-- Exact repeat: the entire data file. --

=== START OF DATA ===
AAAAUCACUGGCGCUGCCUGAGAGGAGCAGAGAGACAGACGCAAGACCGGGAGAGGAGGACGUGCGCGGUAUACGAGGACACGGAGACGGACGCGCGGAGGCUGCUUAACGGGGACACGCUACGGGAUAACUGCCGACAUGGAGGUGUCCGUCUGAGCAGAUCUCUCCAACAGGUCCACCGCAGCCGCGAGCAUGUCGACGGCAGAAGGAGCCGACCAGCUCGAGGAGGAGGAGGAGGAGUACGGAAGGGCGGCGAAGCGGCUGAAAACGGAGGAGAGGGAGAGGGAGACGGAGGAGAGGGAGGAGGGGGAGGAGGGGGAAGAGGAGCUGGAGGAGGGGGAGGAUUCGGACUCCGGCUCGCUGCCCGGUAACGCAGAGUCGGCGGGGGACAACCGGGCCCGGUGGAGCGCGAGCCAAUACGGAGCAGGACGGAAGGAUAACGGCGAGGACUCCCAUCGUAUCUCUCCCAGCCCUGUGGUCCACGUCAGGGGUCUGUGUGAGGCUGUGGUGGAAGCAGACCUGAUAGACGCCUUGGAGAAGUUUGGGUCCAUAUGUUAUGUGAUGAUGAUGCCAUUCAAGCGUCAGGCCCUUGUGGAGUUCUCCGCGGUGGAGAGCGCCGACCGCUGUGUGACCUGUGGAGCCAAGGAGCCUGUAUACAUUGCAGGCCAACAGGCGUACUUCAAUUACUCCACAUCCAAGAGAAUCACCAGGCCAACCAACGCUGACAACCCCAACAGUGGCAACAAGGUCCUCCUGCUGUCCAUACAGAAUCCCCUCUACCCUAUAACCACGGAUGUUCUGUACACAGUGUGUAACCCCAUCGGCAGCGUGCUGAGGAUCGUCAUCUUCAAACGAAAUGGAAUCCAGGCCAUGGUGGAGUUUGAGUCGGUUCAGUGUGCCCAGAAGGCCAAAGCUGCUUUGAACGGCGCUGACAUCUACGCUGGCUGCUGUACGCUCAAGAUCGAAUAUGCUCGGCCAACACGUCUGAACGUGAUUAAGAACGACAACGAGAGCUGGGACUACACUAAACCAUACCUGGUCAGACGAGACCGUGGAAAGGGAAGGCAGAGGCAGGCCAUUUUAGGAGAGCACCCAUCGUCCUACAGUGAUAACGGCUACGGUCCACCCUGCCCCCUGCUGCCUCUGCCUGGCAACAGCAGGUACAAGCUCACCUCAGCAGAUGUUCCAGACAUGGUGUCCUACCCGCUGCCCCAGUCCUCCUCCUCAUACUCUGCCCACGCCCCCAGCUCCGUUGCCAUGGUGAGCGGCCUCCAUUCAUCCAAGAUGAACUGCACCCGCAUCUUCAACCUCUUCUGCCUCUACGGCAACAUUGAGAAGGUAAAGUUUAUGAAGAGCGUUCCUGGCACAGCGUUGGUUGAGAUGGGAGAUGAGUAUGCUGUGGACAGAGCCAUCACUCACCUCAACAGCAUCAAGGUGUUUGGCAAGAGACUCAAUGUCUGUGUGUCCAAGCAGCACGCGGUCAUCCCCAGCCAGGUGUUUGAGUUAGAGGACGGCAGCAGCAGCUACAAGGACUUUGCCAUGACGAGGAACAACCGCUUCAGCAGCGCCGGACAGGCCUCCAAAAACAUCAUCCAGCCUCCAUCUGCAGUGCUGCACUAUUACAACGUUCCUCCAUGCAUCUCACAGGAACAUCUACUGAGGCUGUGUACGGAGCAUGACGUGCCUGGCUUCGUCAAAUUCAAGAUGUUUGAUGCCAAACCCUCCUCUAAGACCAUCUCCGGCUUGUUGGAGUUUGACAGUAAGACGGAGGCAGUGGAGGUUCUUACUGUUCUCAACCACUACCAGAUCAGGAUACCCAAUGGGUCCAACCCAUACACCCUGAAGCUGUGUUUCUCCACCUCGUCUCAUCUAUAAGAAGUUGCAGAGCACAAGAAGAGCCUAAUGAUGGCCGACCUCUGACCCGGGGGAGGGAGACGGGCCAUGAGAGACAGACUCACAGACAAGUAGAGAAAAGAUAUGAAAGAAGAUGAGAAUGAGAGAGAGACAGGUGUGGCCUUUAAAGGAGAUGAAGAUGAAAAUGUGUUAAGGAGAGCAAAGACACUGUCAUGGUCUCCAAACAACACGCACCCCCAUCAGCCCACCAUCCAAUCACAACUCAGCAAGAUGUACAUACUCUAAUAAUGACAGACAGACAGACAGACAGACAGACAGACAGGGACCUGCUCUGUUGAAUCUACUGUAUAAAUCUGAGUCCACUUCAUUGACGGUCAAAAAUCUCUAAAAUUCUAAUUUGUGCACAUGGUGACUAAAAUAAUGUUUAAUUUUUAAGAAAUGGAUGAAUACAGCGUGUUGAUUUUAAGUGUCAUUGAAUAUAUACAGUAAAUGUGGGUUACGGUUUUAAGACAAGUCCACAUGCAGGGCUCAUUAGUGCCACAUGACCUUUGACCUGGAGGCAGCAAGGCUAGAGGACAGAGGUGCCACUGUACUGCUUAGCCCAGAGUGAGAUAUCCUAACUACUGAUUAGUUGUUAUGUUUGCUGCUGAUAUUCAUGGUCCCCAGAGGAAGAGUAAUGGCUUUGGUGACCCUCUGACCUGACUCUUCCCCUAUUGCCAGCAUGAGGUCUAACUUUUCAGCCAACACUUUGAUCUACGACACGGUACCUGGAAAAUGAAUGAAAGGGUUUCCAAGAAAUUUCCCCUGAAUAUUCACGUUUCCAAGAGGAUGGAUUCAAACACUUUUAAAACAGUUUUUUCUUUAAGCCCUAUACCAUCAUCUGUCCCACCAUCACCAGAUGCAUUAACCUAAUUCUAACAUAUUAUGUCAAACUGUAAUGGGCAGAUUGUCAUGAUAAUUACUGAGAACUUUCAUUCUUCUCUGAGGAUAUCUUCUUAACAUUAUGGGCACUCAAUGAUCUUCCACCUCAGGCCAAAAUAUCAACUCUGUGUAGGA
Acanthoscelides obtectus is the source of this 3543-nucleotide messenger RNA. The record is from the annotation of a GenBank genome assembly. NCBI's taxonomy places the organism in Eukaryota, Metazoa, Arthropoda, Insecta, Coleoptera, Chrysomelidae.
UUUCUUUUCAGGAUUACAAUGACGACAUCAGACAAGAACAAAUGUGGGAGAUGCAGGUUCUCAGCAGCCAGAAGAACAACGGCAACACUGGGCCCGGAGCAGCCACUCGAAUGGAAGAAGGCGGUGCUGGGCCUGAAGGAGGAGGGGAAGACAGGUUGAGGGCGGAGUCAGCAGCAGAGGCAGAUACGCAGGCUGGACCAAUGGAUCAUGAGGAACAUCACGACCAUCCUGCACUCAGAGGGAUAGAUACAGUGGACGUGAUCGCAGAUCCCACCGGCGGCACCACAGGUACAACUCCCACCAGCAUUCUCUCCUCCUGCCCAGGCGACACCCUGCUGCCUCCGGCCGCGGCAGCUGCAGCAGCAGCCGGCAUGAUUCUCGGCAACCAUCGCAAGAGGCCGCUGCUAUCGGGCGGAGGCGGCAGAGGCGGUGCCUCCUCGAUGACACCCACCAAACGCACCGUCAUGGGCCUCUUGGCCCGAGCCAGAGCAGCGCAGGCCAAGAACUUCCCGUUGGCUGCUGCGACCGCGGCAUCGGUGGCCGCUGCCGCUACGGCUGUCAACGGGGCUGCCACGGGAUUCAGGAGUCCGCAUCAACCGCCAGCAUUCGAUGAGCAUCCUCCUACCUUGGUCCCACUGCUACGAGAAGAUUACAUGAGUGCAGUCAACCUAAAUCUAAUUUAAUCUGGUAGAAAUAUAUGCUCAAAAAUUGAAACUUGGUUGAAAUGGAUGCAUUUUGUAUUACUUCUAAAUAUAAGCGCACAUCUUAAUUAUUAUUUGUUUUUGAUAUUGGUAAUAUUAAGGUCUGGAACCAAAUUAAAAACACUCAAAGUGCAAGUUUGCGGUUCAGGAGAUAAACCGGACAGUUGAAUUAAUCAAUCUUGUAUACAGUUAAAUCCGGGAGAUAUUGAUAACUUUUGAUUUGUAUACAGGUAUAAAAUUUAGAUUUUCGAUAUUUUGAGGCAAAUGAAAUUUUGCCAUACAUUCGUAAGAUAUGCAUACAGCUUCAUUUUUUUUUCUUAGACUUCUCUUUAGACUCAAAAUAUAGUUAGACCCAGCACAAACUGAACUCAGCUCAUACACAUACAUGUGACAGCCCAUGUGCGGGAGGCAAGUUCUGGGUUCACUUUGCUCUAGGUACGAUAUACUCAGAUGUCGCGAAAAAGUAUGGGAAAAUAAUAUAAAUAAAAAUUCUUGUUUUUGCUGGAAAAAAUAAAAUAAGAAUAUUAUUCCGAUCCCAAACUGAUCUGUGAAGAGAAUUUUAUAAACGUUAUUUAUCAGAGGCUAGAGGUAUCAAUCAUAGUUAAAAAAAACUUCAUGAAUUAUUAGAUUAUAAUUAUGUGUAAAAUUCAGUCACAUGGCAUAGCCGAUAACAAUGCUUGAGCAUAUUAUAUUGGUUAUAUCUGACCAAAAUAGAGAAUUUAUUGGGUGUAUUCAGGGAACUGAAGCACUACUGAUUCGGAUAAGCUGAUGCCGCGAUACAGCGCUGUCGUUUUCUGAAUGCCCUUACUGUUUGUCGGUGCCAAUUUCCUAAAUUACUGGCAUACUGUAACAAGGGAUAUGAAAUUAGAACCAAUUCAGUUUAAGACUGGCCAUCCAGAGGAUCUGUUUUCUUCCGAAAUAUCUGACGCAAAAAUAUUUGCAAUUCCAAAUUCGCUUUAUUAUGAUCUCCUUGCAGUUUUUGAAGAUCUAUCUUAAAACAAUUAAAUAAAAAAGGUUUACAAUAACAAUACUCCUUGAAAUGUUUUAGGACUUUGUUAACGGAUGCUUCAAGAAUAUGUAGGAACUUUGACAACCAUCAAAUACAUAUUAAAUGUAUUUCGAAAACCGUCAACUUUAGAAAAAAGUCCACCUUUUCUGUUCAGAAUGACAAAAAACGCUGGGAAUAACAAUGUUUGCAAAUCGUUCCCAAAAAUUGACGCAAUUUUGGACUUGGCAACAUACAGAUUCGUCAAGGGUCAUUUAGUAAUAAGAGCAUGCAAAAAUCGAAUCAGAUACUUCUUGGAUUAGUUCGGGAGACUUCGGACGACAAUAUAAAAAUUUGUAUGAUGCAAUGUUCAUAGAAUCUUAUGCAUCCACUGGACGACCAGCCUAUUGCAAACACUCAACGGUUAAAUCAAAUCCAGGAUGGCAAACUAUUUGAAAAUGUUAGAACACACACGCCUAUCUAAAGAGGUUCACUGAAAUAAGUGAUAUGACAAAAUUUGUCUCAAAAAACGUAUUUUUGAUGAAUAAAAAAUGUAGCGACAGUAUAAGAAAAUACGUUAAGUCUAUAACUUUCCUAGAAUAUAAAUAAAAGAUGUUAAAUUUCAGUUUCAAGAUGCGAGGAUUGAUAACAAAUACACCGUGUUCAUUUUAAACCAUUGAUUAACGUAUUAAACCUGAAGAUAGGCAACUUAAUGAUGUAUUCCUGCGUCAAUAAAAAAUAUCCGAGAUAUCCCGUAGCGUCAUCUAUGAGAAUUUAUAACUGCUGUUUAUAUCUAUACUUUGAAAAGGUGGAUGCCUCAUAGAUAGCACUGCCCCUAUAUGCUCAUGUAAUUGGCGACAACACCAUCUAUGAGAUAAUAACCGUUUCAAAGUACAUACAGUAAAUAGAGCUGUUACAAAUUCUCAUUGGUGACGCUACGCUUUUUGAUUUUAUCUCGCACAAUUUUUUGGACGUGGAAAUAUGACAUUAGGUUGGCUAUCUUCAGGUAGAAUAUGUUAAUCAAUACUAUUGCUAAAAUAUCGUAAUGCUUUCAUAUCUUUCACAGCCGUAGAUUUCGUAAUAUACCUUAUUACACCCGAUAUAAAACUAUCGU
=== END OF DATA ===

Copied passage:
AAAAUCACUGGCGCUGCCUGAGAGGAGCAGAGAGACAGACGCAAGACCGGGAGAGGAGGACGUGCGCGGUAUACGAGGACACGGAGACGGACGCGCGGAGGCUGCUUAACGGGGACACGCUACGGGAUAACUGCCGACAUGGAGGUGUCCGUCUGAGCAGAUCUCUCCAACAGGUCCACCGCAGCCGCGAGCAUGUCGACGGCAGAAGGAGCCGACCAGCUCGAGGAGGAGGAGGAGGAGUACGGAAGGGCGGCGAAGCGGCUGAAAACGGAGGAGAGGGAGAGGGAGACGGAGGAGAGGGAGGAGGGGGAGGAGGGGGAAGAGGAGCUGGAGGAGGGGGAGGAUUCGGACUCCGGCUCGCUGCCCGGUAACGCAGAGUCGGCGGGGGACAACCGGGCCCGGUGGAGCGCGAGCCAAUACGGAGCAGGACGGAAGGAUAACGGCGAGGACUCCCAUCGUAUCUCUCCCAGCCCUGUGGUCCACGUCAGGGGUCUGUGUGAGGCUGUGGUGGAAGCAGACCUGAUAGACGCCUUGGAGAAGUUUGGGUCCAUAUGUUAUGUGAUGAUGAUGCCAUUCAAGCGUCAGGCCCUUGUGGAGUUCUCCGCGGUGGAGAGCGCCGACCGCUGUGUGACCUGUGGAGCCAAGGAGCCUGUAUACAUUGCAGGCCAACAGGCGUACUUCAAUUACUCCACAUCCAAGAGAAUCACCAGGCCAACCAACGCUGACAACCCCAACAGUGGCAACAAGGUCCUCCUGCUGUCCAUACAGAAUCCCCUCUACCCUAUAACCACGGAUGUUCUGUACACAGUGUGUAACCCCAUCGGCAGCGUGCUGAGGAUCGUCAUCUUCAAACGAAAUGGAAUCCAGGCCAUGGUGGAGUUUGAGUCGGUUCAGUGUGCCCAGAAGGCCAAAGCUGCUUUGAACGGCGCUGACAUCUACGCUGGCUGCUGUACGCUCAAGAUCGAAUAUGCUCGGCCAACACGUCUGAACGUGAUUAAGAACGACAACGAGAGCUGGGACUACACUAAACCAUACCUGGUCAGACGAGACCGUGGAAAGGGAAGGCAGAGGCAGGCCAUUUUAGGAGAGCACCCAUCGUCCUACAGUGAUAACGGCUACGGUCCACCCUGCCCCCUGCUGCCUCUGCCUGGCAACAGCAGGUACAAGCUCACCUCAGCAGAUGUUCCAGACAUGGUGUCCUACCCGCUGCCCCAGUCCUCCUCCUCAUACUCUGCCCACGCCCCCAGCUCCGUUGCCAUGGUGAGCGGCCUCCAUUCAUCCAAGAUGAACUGCACCCGCAUCUUCAACCUCUUCUGCCUCUACGGCAACAUUGAGAAGGUAAAGUUUAUGAAGAGCGUUCCUGGCACAGCGUUGGUUGAGAUGGGAGAUGAGUAUGCUGUGGACAGAGCCAUCACUCACCUCAACAGCAUCAAGGUGUUUGGCAAGAGACUCAAUGUCUGUGUGUCCAAGCAGCACGCGGUCAUCCCCAGCCAGGUGUUUGAGUUAGAGGACGGCAGCAGCAGCUACAAGGACUUUGCCAUGACGAGGAACAACCGCUUCAGCAGCGCCGGACAGGCCUCCAAAAACAUCAUCCAGCCUCCAUCUGCAGUGCUGCACUAUUACAACGUUCCUCCAUGCAUCUCACAGGAACAUCUACUGAGGCUGUGUACGGAGCAUGACGUGCCUGGCUUCGUCAAAUUCAAGAUGUUUGAUGCCAAACCCUCCUCUAAGACCAUCUCCGGCUUGUUGGAGUUUGACAGUAAGACGGAGGCAGUGGAGGUUCUUACUGUUCUCAACCACUACCAGAUCAGGAUACCCAAUGGGUCCAACCCAUACACCCUGAAGCUGUGUUUCUCCACCUCGUCUCAUCUAUAAGAAGUUGCAGAGCACAAGAAGAGCCUAAUGAUGGCCGACCUCUGACCCGGGGGAGGGAGACGGGCCAUGAGAGACAGACUCACAGACAAGUAGAGAAAAGAUAUGAAAGAAGAUGAGAAUGAGAGAGAGACAGGUGUGGCCUUUAAAGGAGAUGAAGAUGAAAAUGUGUUAAGGAGAGCAAAGACACUGUCAUGGUCUCCAAACAACACGCACCCCCAUCAGCCCACCAUCCAAUCACAACUCAGCAAGAUGUACAUACUCUAAUAAUGACAGACAGACAGACAGACAGACAGACAGACAGGGACCUGCUCUGUUGAAUCUACUGUAUAAAUCUGAGUCCACUUCAUUGACGGUCAAAAAUCUCUAAAAUUCUAAUUUGUGCACAUGGUGACUAAAAUAAUGUUUAAUUUUUAAGAAAUGGAUGAAUACAGCGUGUUGAUUUUAAGUGUCAUUGAAUAUAUACAGUAAAUGUGGGUUACGGUUUUAAGACAAGUCCACAUGCAGGGCUCAUUAGUGCCACAUGACCUUUGACCUGGAGGCAGCAAGGCUAGAGGACAGAGGUGCCACUGUACUGCUUAGCCCAGAGUGAGAUAUCCUAACUACUGAUUAGUUGUUAUGUUUGCUGCUGAUAUUCAUGGUCCCCAGAGGAAGAGUAAUGGCUUUGGUGACCCUCUGACCUGACUCUUCCCCUAUUGCCAGCAUGAGGUCUAACUUUUCAGCCAACACUUUGAUCUACGACACGGUACCUGGAAAAUGAAUGAAAGGGUUUCCAAGAAAUUUCCCCUGAAUAUUCACGUUUCCAAGAGGAUGGAUUCAAACACUUUUAAAACAGUUUUUUCUUUAAGCCCUAUACCAUCAUCUGUCCCACCAUCACCAGAUGCAUUAACCUAAUUCUAACAUAUUAUGUCAAACUGUAAUGGGCAGAUUGUCAUGAUAAUUACUGAGAACUUUCAUUCUUCUCUGAGGAUAUCUUCUUAACAUUAUGGGCACUCAAUGAUCUUCCACCUCAGGCCAAAAUAUCAACUCUGUGUAGGA
Acanthoscelides obtectus is the source of this 3543-nucleotide messenger RNA. The record is from the annotation of a GenBank genome assembly. NCBI's taxonomy places the organism in Eukaryota, Metazoa, Arthropoda, Insecta, Coleoptera, Chrysomelidae.
UUUCUUUUCAGGAUUACAAUGACGACAUCAGACAAGAACAAAUGUGGGAGAUGCAGGUUCUCAGCAGCCAGAAGAACAACGGCAACACUGGGCCCGGAGCAGCCACUCGAAUGGAAGAAGGCGGUGCUGGGCCUGAAGGAGGAGGGGAAGACAGGUUGAGGGCGGAGUCAGCAGCAGAGGCAGAUACGCAGGCUGGACCAAUGGAUCAUGAGGAACAUCACGACCAUCCUGCACUCAGAGGGAUAGAUACAGUGGACGUGAUCGCAGAUCCCACCGGCGGCACCACAGGUACAACUCCCACCAGCAUUCUCUCCUCCUGCCCAGGCGACACCCUGCUGCCUCCGGCCGCGGCAGCUGCAGCAGCAGCCGGCAUGAUUCUCGGCAACCAUCGCAAGAGGCCGCUGCUAUCGGGCGGAGGCGGCAGAGGCGGUGCCUCCUCGAUGACACCCACCAAACGCACCGUCAUGGGCCUCUUGGCCCGAGCCAGAGCAGCGCAGGCCAAGAACUUCCCGUUGGCUGCUGCGACCGCGGCAUCGGUGGCCGCUGCCGCUACGGCUGUCAACGGGGCUGCCACGGGAUUCAGGAGUCCGCAUCAACCGCCAGCAUUCGAUGAGCAUCCUCCUACCUUGGUCCCACUGCUACGAGAAGAUUACAUGAGUGCAGUCAACCUAAAUCUAAUUUAAUCUGGUAGAAAUAUAUGCUCAAAAAUUGAAACUUGGUUGAAAUGGAUGCAUUUUGUAUUACUUCUAAAUAUAAGCGCACAUCUUAAUUAUUAUUUGUUUUUGAUAUUGGUAAUAUUAAGGUCUGGAACCAAAUUAAAAACACUCAAAGUGCAAGUUUGCGGUUCAGGAGAUAAACCGGACAGUUGAAUUAAUCAAUCUUGUAUACAGUUAAAUCCGGGAGAUAUUGAUAACUUUUGAUUUGUAUACAGGUAUAAAAUUUAGAUUUUCGAUAUUUUGAGGCAAAUGAAAUUUUGCCAUACAUUCGUAAGAUAUGCAUACAGCUUCAUUUUUUUUUCUUAGACUUCUCUUUAGACUCAAAAUAUAGUUAGACCCAGCACAAACUGAACUCAGCUCAUACACAUACAUGUGACAGCCCAUGUGCGGGAGGCAAGUUCUGGGUUCACUUUGCUCUAGGUACGAUAUACUCAGAUGUCGCGAAAAAGUAUGGGAAAAUAAUAUAAAUAAAAAUUCUUGUUUUUGCUGGAAAAAAUAAAAUAAGAAUAUUAUUCCGAUCCCAAACUGAUCUGUGAAGAGAAUUUUAUAAACGUUAUUUAUCAGAGGCUAGAGGUAUCAAUCAUAGUUAAAAAAAACUUCAUGAAUUAUUAGAUUAUAAUUAUGUGUAAAAUUCAGUCACAUGGCAUAGCCGAUAACAAUGCUUGAGCAUAUUAUAUUGGUUAUAUCUGACCAAAAUAGAGAAUUUAUUGGGUGUAUUCAGGGAACUGAAGCACUACUGAUUCGGAUAAGCUGAUGCCGCGAUACAGCGCUGUCGUUUUCUGAAUGCCCUUACUGUUUGUCGGUGCCAAUUUCCUAAAUUACUGGCAUACUGUAACAAGGGAUAUGAAAUUAGAACCAAUUCAGUUUAAGACUGGCCAUCCAGAGGAUCUGUUUUCUUCCGAAAUAUCUGACGCAAAAAUAUUUGCAAUUCCAAAUUCGCUUUAUUAUGAUCUCCUUGCAGUUUUUGAAGAUCUAUCUUAAAACAAUUAAAUAAAAAAGGUUUACAAUAACAAUACUCCUUGAAAUGUUUUAGGACUUUGUUAACGGAUGCUUCAAGAAUAUGUAGGAACUUUGACAACCAUCAAAUACAUAUUAAAUGUAUUUCGAAAACCGUCAACUUUAGAAAAAAGUCCACCUUUUCUGUUCAGAAUGACAAAAAACGCUGGGAAUAACAAUGUUUGCAAAUCGUUCCCAAAAAUUGACGCAAUUUUGGACUUGGCAACAUACAGAUUCGUCAAGGGUCAUUUAGUAAUAAGAGCAUGCAAAAAUCGAAUCAGAUACUUCUUGGAUUAGUUCGGGAGACUUCGGACGACAAUAUAAAAAUUUGUAUGAUGCAAUGUUCAUAGAAUCUUAUGCAUCCACUGGACGACCAGCCUAUUGCAAACACUCAACGGUUAAAUCAAAUCCAGGAUGGCAAACUAUUUGAAAAUGUUAGAACACACACGCCUAUCUAAAGAGGUUCACUGAAAUAAGUGAUAUGACAAAAUUUGUCUCAAAAAACGUAUUUUUGAUGAAUAAAAAAUGUAGCGACAGUAUAAGAAAAUACGUUAAGUCUAUAACUUUCCUAGAAUAUAAAUAAAAGAUGUUAAAUUUCAGUUUCAAGAUGCGAGGAUUGAUAACAAAUACACCGUGUUCAUUUUAAACCAUUGAUUAACGUAUUAAACCUGAAGAUAGGCAACUUAAUGAUGUAUUCCUGCGUCAAUAAAAAAUAUCCGAGAUAUCCCGUAGCGUCAUCUAUGAGAAUUUAUAACUGCUGUUUAUAUCUAUACUUUGAAAAGGUGGAUGCCUCAUAGAUAGCACUGCCCCUAUAUGCUCAUGUAAUUGGCGACAACACCAUCUAUGAGAUAAUAACCGUUUCAAAGUACAUACAGUAAAUAGAGCUGUUACAAAUUCUCAUUGGUGACGCUACGCUUUUUGAUUUUAUCUCGCACAAUUUUUUGGACGUGGAAAUAUGACAUUAGGUUGGCUAUCUUCAGGUAGAAUAUGUUAAUCAAUACUAUUGCUAAAAUAUCGUAAUGCUUUCAUAUCUUUCACAGCCGUAGAUUUCGUAAUAUACCUUAUUACACCCGAUAUAAAACUAUCGU